August, a new Gen-Z company, aims to push back against period stigma.
In Jackson, Mississippi, you can slip a crisp dollar bill into a vending machine, press a couple of buttons, and receive an untaxed Diet Coke. A little farther north in St. Louis, Missouri, you can pick up bingo supplies at your local store, no additional tax added. And out west in California, you can reach for any chocolate bar your heart desires without doing any mental math (it's untaxed, too).
What do these states have in common? While they may not tax soda, board games, or chocolate, they all have a tax on tampons. "Thirty states in the U.S. have the tampon tax," Nadya Okamoto, the co-founder of the lifestyle brand August, tells me over Zoom. "They're considered luxury items, meanwhile products like Rogaine and Viagra are considered medical necessities and aren't taxed."
Photo: Courtesy of August
August is working to reimagine the conversation around menstruation, a cause that Okamoto has been passionate about for years. The brand, which launched in early June 2021, is the brainchild of Okamoto and her co-founder, Nick Jain, after they noticed gaps in period care. As a teenager, Okamoto started a non-profit called Period where she advocated for the accessibility of menstrual-care products and fought to end period poverty. "I learned about period poverty from talking to homeless women," she says. "I heard their stories about using paper, grocery bags, cardboard, and cotton balls to take care of their period." Even though Okamoto has now jumped over to the brand side, she still wants August's DNA to be focused on making a difference. The company is structured on four pillars: sustainability, traceability, community, and impact. They're absorbing the costs of the tampon tax for their subscribers, 10 percent of profits will go back to menstruating people in need, and they've created Ask August, a medically verified period health education database. For every month of product purchased, August donates two units of their menstruation products to an underserved school. And for every company that stocks their restrooms with August, they'll fill an entire school with their products.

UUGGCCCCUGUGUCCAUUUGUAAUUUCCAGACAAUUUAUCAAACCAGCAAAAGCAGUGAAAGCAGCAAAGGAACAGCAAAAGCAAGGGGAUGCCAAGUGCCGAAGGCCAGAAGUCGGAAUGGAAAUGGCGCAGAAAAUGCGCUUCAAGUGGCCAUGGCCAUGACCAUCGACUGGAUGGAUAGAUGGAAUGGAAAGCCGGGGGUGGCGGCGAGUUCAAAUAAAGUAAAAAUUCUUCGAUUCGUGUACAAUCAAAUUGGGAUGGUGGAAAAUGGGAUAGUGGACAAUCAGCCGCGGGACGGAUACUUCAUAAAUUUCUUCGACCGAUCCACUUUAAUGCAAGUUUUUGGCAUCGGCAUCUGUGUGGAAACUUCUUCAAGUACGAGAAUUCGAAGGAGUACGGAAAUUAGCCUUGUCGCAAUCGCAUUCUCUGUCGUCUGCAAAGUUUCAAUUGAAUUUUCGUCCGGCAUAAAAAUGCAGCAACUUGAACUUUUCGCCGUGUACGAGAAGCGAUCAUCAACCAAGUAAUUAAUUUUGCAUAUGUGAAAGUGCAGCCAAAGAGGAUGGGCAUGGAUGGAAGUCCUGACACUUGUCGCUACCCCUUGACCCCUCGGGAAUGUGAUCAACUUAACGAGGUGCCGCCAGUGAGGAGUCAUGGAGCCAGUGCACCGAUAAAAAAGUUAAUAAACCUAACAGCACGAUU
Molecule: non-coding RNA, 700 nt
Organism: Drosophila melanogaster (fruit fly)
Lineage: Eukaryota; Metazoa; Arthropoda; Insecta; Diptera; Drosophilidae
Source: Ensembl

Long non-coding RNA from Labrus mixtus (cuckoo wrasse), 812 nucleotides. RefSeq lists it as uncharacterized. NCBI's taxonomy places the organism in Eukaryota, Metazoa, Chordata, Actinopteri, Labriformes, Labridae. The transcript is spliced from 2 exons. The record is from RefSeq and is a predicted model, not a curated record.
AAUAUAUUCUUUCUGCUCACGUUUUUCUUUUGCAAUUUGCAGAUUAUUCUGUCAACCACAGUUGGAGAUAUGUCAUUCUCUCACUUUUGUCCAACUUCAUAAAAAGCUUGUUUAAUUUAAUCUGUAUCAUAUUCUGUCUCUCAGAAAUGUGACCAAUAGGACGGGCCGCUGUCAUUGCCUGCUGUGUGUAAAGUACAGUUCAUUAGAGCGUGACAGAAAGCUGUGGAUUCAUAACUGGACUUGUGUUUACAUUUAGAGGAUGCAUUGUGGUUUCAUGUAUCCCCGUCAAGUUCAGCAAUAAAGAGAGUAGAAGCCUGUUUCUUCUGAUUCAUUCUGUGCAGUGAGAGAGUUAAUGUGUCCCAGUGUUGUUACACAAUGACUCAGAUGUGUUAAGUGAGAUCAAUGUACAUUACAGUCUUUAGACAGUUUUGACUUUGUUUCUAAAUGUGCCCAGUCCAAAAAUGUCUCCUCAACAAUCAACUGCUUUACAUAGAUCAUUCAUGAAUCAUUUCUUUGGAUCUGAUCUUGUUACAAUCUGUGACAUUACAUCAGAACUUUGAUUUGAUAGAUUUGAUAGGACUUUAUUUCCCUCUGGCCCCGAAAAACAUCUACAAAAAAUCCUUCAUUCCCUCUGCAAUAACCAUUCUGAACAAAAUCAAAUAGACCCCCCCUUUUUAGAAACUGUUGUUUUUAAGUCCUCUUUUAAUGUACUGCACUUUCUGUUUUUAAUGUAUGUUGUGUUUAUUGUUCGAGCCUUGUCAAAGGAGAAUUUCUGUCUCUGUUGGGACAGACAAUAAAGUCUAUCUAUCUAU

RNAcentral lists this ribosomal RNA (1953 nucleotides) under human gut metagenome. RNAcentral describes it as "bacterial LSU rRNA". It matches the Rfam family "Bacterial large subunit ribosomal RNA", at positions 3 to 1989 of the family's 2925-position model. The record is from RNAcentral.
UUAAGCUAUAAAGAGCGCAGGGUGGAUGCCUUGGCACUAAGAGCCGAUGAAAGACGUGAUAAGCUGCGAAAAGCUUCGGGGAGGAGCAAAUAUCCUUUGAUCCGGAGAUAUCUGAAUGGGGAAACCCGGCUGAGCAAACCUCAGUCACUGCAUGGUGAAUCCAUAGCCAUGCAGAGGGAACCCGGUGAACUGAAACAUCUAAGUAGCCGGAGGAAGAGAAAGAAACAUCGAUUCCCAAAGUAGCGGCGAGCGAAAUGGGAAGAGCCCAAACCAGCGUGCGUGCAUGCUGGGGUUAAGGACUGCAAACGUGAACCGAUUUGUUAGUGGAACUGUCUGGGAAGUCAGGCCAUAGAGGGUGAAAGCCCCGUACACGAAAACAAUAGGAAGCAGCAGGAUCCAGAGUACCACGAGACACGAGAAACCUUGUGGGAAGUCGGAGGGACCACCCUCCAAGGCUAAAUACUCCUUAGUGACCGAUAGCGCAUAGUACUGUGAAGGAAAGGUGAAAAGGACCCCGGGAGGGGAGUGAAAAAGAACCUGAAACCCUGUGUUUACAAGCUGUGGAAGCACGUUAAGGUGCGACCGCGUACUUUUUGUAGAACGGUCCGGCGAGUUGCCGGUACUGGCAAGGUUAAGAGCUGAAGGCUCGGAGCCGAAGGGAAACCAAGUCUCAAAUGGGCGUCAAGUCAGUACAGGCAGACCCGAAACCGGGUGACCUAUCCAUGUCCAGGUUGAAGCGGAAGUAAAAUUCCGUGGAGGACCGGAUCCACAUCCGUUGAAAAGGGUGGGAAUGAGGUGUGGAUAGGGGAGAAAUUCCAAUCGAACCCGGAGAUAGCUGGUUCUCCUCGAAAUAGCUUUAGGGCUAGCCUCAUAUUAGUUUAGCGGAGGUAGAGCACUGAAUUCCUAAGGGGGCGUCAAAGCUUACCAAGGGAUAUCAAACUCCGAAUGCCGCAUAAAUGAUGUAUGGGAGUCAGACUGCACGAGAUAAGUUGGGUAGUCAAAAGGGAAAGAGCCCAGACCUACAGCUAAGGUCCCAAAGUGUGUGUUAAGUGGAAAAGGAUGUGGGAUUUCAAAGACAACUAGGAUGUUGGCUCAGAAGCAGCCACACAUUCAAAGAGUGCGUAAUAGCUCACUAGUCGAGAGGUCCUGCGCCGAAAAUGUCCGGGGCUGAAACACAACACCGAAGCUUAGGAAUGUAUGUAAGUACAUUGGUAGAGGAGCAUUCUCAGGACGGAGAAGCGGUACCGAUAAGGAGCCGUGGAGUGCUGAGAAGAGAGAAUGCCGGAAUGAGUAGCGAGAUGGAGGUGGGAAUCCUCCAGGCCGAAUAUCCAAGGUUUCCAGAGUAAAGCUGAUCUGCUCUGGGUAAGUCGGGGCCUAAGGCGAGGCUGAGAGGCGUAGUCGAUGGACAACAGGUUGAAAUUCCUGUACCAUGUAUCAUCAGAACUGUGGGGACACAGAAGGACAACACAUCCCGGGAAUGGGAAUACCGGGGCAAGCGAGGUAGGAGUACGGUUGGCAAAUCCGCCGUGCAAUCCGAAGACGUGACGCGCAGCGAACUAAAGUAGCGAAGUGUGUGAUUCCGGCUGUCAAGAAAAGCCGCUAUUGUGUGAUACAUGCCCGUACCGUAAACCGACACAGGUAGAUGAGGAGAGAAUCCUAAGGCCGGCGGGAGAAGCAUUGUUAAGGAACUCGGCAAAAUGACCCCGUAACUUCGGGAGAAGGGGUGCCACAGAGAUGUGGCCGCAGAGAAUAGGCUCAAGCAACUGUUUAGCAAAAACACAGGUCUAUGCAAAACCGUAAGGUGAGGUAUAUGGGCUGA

There are people out there, though, that argue that removing the tampon tax might not have as strong an impact as one may think. After Illinois got rid of the tampon tax, University of Texas PhD student Ziyue Xu analyzed the effects and came to the conclusion that the "action isn't an efficient way to help women, particularly low-income women." Her study claims that alternative approaches like subsidies or community distribution were more effective.
Photo: Courtesy of August
When I raised this point to Okamoto, she agreed with Xu: "The tampon tax doesn't fix period poverty because the tax only really affects people who are already able to buy products," says Okamoto. However, she believes that it's still important to fight for an end to the tampon tax because the tax upholds the idea that period products are luxury goods, not necessities. Because period products aren't seen as a necessity, they aren't covered by food stamps, they're usually not easily accessible at public schools, and they're not adequately provided for inmates that menstruate in prison. "We're fighting for period products to be considered as essential products so that they can become more accessible in schools, shelters, and prisons," says Okamoto.
To join in the cause to end period poverty, you can contact your representatives about Rep. Grace Yang's bill to increase the availability and affordability of menstrual hygiene products. You can also donate to No More Secrets, Mind Body Spirit Inc, a Philadelphia-based period non-profit that has partnered with August to decrease the stigma related to periods.
Photos: Courtesy of August
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